Training Workshop on “Biodiversity for Busy Managers” (Sabah)

[pullquote style="right" quote="dark"]The horses’ dilemma aptly illustrates the ‘Aha moment’ when environmental organizations and plantation companies realized that they could achieve much more by pooling their resources than by working against each other…[/pullquote]

Two horses, tethered together, facing opposite directions, are straining to reach two piles of hay at either end of the picture, both of which are just out of reach. Suddenly, a flash of inspiration occurs. One horse turns around and joins the other to eat the hay on his side, and then both turn together to finish off the hay on the other side.

This was an illustration used in one of the presentations during the one-day workshop, organized by the Integrated Society of Planters (ISP) and the Malaysian Palm Oil Council (MPOC), and attended by an estimate of 100 planters and plantation conservation officers. The horses’ dilemma aptly illustrates the ‘Aha moment’ when environmental organizations and plantation companies realized that they could achieve much more by pooling their resources than by working against each other.

The illustration was also a symbolic representation of what happened at the workshop, with presentations from diverse stakeholders such as Sabah Wildlife Department, represented by Director Dr Laurentius Ambu, Sabah Forestry Department (Mr Jeflus S. Sinajin), Wild Asia (Dr Reza Azmi), PPB Oil Palms Berhad (Mr Simon Subarat) and KLK Berhad (Mr Sin Chuan Eng), each giving their own views on biodiversity and conservation issues.

Topics discussed included ways that plantation companies can work together with Forestry and Wildlife Departments, developing collaborations between plantation companies and environmental specialists, as well as some practical insights into some inspiring examples of conservation and biodiversity enhancement programmes already being implemented by some companies.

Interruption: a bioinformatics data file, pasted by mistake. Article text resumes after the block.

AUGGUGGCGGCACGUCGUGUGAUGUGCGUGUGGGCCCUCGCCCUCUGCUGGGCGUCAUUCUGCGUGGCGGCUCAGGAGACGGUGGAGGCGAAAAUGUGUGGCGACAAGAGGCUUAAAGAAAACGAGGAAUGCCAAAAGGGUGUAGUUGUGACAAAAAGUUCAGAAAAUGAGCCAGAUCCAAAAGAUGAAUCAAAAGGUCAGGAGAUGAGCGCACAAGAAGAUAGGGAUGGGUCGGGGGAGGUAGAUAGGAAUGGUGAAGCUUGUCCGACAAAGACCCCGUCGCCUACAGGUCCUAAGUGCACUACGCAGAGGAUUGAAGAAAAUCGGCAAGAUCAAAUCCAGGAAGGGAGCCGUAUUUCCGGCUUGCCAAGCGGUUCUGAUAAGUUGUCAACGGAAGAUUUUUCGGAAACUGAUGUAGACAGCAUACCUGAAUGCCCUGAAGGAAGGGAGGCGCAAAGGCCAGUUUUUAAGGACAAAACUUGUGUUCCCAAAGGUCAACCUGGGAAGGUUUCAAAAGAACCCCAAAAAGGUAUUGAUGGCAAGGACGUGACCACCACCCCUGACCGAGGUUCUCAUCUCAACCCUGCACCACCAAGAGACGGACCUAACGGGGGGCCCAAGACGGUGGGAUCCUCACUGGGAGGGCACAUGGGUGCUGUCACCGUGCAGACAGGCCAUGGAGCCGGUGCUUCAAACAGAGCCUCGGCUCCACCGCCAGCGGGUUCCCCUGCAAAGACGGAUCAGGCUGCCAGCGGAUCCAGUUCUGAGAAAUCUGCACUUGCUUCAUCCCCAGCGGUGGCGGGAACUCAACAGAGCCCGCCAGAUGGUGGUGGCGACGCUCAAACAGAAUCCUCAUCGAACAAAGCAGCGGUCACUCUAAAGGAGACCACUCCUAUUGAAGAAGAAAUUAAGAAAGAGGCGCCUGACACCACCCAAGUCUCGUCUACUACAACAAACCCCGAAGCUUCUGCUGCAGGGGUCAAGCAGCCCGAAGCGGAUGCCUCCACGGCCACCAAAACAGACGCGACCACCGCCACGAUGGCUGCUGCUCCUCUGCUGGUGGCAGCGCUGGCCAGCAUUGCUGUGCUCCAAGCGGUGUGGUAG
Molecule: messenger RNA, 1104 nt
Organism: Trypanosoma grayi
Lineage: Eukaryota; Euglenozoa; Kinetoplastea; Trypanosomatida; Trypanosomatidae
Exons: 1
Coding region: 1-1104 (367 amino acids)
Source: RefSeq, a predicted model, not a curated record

[pullquote style="left" quote="dark"]One such idea was for different plantation owners to collaborate with one another and with other stakeholders and specialist groups such as universities, to develop integrated biodiversity management plans for entire ecosystems…[/pullquote]

The highlight of the day’s proceedings was the afternoon break-out session, when participants broke into groups to brainstorm ways in which plantation companies can be proactive in improving biodiversity and conservation in oil palm landscapes. It was heartening to hear several well-thought and innovative ideas coming from the various groups. One such idea was for different plantation owners to collaborate with one another and with other stakeholders and specialist groups such as universities, to develop integrated biodiversity management plans for entire ecosystems, such as the Lower Kinabatangan river basin. Other ideas included setting yield thresholds, whereby land that falls below these can be allowed to return to natural habitat; and setting aside known elephant migration routes in order to minimize wildlife-human conflict and to facilitate the movement of animals between sub-populations. Many of the ideas put forward are certainly worthy of further follow-ups, and it is to be hoped that biodiversity initiatives will arise from within the industry as a result of the workshop.